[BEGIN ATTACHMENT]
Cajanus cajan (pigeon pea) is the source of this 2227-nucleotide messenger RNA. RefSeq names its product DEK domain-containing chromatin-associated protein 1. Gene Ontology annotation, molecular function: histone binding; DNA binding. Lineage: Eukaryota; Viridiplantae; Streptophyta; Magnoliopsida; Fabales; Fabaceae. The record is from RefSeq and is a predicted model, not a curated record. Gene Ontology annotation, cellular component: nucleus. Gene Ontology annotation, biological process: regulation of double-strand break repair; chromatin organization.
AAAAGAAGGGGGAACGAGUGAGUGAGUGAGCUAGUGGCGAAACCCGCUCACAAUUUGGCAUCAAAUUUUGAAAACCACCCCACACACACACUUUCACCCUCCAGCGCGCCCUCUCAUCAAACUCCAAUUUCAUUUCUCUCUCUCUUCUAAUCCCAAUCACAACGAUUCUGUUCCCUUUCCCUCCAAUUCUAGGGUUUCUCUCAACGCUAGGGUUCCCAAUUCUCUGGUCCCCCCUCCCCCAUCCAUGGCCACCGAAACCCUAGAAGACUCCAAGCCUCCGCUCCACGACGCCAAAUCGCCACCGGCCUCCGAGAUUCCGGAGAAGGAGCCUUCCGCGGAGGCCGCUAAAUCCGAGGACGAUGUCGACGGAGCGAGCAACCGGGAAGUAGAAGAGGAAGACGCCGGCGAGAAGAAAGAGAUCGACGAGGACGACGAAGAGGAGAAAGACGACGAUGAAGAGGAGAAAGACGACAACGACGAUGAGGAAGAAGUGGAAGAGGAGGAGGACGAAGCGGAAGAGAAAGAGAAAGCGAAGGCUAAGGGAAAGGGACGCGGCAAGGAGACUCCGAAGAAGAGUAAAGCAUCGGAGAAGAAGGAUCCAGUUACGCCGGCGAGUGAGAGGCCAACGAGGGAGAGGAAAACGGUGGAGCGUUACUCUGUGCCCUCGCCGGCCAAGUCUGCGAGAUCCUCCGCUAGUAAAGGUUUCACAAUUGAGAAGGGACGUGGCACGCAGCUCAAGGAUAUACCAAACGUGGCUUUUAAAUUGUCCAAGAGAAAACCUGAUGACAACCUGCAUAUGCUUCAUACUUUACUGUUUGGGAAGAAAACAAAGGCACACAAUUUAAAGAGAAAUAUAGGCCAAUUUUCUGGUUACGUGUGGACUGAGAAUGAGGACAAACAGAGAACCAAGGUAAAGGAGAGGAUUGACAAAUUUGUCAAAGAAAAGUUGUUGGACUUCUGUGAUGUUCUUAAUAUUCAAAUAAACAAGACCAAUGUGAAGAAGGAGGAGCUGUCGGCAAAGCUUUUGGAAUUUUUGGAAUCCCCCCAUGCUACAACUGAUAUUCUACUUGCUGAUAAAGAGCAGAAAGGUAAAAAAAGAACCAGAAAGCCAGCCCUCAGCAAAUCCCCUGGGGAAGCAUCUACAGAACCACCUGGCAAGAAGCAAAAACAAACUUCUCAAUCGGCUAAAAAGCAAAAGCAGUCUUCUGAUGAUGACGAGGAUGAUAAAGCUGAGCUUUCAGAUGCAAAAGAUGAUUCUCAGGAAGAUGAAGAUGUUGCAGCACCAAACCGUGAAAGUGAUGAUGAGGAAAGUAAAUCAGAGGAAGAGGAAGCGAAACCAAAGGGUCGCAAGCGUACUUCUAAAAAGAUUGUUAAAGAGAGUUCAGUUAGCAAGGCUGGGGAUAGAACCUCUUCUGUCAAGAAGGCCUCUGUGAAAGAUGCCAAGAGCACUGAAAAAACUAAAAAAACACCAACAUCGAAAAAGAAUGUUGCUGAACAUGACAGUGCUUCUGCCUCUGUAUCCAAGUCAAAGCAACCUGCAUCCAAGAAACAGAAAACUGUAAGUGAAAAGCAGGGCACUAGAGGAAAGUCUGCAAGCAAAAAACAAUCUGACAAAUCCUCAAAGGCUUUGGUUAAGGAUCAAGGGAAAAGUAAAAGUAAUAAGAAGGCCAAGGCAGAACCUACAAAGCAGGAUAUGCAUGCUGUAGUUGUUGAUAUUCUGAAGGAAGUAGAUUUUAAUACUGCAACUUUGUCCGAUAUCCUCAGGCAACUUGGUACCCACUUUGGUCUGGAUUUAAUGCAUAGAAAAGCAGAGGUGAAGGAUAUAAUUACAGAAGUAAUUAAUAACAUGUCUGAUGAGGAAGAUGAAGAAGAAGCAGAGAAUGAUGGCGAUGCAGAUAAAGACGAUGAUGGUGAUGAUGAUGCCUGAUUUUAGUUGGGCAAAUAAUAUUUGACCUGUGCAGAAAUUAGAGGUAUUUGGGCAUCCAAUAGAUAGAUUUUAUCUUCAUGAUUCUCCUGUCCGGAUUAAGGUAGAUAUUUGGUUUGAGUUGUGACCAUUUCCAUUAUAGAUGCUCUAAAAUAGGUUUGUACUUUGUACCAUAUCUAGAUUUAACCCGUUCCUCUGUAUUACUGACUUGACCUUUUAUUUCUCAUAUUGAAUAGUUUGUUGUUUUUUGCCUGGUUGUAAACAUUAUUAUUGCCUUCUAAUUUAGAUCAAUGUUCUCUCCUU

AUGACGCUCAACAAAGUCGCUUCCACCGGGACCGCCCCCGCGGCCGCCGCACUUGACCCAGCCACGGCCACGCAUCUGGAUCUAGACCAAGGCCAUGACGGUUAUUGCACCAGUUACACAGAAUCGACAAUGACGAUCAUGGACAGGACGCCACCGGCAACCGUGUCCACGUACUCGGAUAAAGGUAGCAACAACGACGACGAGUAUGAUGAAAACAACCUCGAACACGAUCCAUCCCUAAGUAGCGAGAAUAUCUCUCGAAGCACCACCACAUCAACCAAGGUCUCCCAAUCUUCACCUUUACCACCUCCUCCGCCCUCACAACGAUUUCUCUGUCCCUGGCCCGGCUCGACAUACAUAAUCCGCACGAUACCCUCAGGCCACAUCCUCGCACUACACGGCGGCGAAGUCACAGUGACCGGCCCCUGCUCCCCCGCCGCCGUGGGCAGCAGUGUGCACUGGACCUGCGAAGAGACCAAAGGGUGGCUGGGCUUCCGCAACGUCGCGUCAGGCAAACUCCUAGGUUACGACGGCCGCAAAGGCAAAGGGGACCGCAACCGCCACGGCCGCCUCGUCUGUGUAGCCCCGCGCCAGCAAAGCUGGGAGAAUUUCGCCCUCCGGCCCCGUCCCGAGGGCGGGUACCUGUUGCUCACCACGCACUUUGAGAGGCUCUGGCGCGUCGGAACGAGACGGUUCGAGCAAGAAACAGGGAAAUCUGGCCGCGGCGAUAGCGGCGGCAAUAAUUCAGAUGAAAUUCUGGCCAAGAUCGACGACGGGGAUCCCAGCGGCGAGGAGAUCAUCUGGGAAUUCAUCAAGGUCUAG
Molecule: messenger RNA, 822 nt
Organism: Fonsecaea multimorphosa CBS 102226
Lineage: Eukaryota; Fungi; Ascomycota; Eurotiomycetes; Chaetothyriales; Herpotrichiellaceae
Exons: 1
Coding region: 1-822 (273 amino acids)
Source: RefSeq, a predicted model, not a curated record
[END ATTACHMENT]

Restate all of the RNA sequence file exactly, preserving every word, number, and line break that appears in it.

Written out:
Cajanus cajan (pigeon pea) is the source of this 2227-nucleotide messenger RNA. RefSeq names its product DEK domain-containing chromatin-associated protein 1. Gene Ontology annotation, molecular function: histone binding; DNA binding. Lineage: Eukaryota; Viridiplantae; Streptophyta; Magnoliopsida; Fabales; Fabaceae. The record is from RefSeq and is a predicted model, not a curated record. Gene Ontology annotation, cellular component: nucleus. Gene Ontology annotation, biological process: regulation of double-strand break repair; chromatin organization.
AAAAGAAGGGGGAACGAGUGAGUGAGUGAGCUAGUGGCGAAACCCGCUCACAAUUUGGCAUCAAAUUUUGAAAACCACCCCACACACACACUUUCACCCUCCAGCGCGCCCUCUCAUCAAACUCCAAUUUCAUUUCUCUCUCUCUUCUAAUCCCAAUCACAACGAUUCUGUUCCCUUUCCCUCCAAUUCUAGGGUUUCUCUCAACGCUAGGGUUCCCAAUUCUCUGGUCCCCCCUCCCCCAUCCAUGGCCACCGAAACCCUAGAAGACUCCAAGCCUCCGCUCCACGACGCCAAAUCGCCACCGGCCUCCGAGAUUCCGGAGAAGGAGCCUUCCGCGGAGGCCGCUAAAUCCGAGGACGAUGUCGACGGAGCGAGCAACCGGGAAGUAGAAGAGGAAGACGCCGGCGAGAAGAAAGAGAUCGACGAGGACGACGAAGAGGAGAAAGACGACGAUGAAGAGGAGAAAGACGACAACGACGAUGAGGAAGAAGUGGAAGAGGAGGAGGACGAAGCGGAAGAGAAAGAGAAAGCGAAGGCUAAGGGAAAGGGACGCGGCAAGGAGACUCCGAAGAAGAGUAAAGCAUCGGAGAAGAAGGAUCCAGUUACGCCGGCGAGUGAGAGGCCAACGAGGGAGAGGAAAACGGUGGAGCGUUACUCUGUGCCCUCGCCGGCCAAGUCUGCGAGAUCCUCCGCUAGUAAAGGUUUCACAAUUGAGAAGGGACGUGGCACGCAGCUCAAGGAUAUACCAAACGUGGCUUUUAAAUUGUCCAAGAGAAAACCUGAUGACAACCUGCAUAUGCUUCAUACUUUACUGUUUGGGAAGAAAACAAAGGCACACAAUUUAAAGAGAAAUAUAGGCCAAUUUUCUGGUUACGUGUGGACUGAGAAUGAGGACAAACAGAGAACCAAGGUAAAGGAGAGGAUUGACAAAUUUGUCAAAGAAAAGUUGUUGGACUUCUGUGAUGUUCUUAAUAUUCAAAUAAACAAGACCAAUGUGAAGAAGGAGGAGCUGUCGGCAAAGCUUUUGGAAUUUUUGGAAUCCCCCCAUGCUACAACUGAUAUUCUACUUGCUGAUAAAGAGCAGAAAGGUAAAAAAAGAACCAGAAAGCCAGCCCUCAGCAAAUCCCCUGGGGAAGCAUCUACAGAACCACCUGGCAAGAAGCAAAAACAAACUUCUCAAUCGGCUAAAAAGCAAAAGCAGUCUUCUGAUGAUGACGAGGAUGAUAAAGCUGAGCUUUCAGAUGCAAAAGAUGAUUCUCAGGAAGAUGAAGAUGUUGCAGCACCAAACCGUGAAAGUGAUGAUGAGGAAAGUAAAUCAGAGGAAGAGGAAGCGAAACCAAAGGGUCGCAAGCGUACUUCUAAAAAGAUUGUUAAAGAGAGUUCAGUUAGCAAGGCUGGGGAUAGAACCUCUUCUGUCAAGAAGGCCUCUGUGAAAGAUGCCAAGAGCACUGAAAAAACUAAAAAAACACCAACAUCGAAAAAGAAUGUUGCUGAACAUGACAGUGCUUCUGCCUCUGUAUCCAAGUCAAAGCAACCUGCAUCCAAGAAACAGAAAACUGUAAGUGAAAAGCAGGGCACUAGAGGAAAGUCUGCAAGCAAAAAACAAUCUGACAAAUCCUCAAAGGCUUUGGUUAAGGAUCAAGGGAAAAGUAAAAGUAAUAAGAAGGCCAAGGCAGAACCUACAAAGCAGGAUAUGCAUGCUGUAGUUGUUGAUAUUCUGAAGGAAGUAGAUUUUAAUACUGCAACUUUGUCCGAUAUCCUCAGGCAACUUGGUACCCACUUUGGUCUGGAUUUAAUGCAUAGAAAAGCAGAGGUGAAGGAUAUAAUUACAGAAGUAAUUAAUAACAUGUCUGAUGAGGAAGAUGAAGAAGAAGCAGAGAAUGAUGGCGAUGCAGAUAAAGACGAUGAUGGUGAUGAUGAUGCCUGAUUUUAGUUGGGCAAAUAAUAUUUGACCUGUGCAGAAAUUAGAGGUAUUUGGGCAUCCAAUAGAUAGAUUUUAUCUUCAUGAUUCUCCUGUCCGGAUUAAGGUAGAUAUUUGGUUUGAGUUGUGACCAUUUCCAUUAUAGAUGCUCUAAAAUAGGUUUGUACUUUGUACCAUAUCUAGAUUUAACCCGUUCCUCUGUAUUACUGACUUGACCUUUUAUUUCUCAUAUUGAAUAGUUUGUUGUUUUUUGCCUGGUUGUAAACAUUAUUAUUGCCUUCUAAUUUAGAUCAAUGUUCUCUCCUU

AUGACGCUCAACAAAGUCGCUUCCACCGGGACCGCCCCCGCGGCCGCCGCACUUGACCCAGCCACGGCCACGCAUCUGGAUCUAGACCAAGGCCAUGACGGUUAUUGCACCAGUUACACAGAAUCGACAAUGACGAUCAUGGACAGGACGCCACCGGCAACCGUGUCCACGUACUCGGAUAAAGGUAGCAACAACGACGACGAGUAUGAUGAAAACAACCUCGAACACGAUCCAUCCCUAAGUAGCGAGAAUAUCUCUCGAAGCACCACCACAUCAACCAAGGUCUCCCAAUCUUCACCUUUACCACCUCCUCCGCCCUCACAACGAUUUCUCUGUCCCUGGCCCGGCUCGACAUACAUAAUCCGCACGAUACCCUCAGGCCACAUCCUCGCACUACACGGCGGCGAAGUCACAGUGACCGGCCCCUGCUCCCCCGCCGCCGUGGGCAGCAGUGUGCACUGGACCUGCGAAGAGACCAAAGGGUGGCUGGGCUUCCGCAACGUCGCGUCAGGCAAACUCCUAGGUUACGACGGCCGCAAAGGCAAAGGGGACCGCAACCGCCACGGCCGCCUCGUCUGUGUAGCCCCGCGCCAGCAAAGCUGGGAGAAUUUCGCCCUCCGGCCCCGUCCCGAGGGCGGGUACCUGUUGCUCACCACGCACUUUGAGAGGCUCUGGCGCGUCGGAACGAGACGGUUCGAGCAAGAAACAGGGAAAUCUGGCCGCGGCGAUAGCGGCGGCAAUAAUUCAGAUGAAAUUCUGGCCAAGAUCGACGACGGGGAUCCCAGCGGCGAGGAGAUCAUCUGGGAAUUCAUCAAGGUCUAG
Molecule: messenger RNA, 822 nt
Organism: Fonsecaea multimorphosa CBS 102226
Lineage: Eukaryota; Fungi; Ascomycota; Eurotiomycetes; Chaetothyriales; Herpotrichiellaceae
Exons: 1
Coding region: 1-822 (273 amino acids)
Source: RefSeq, a predicted model, not a curated record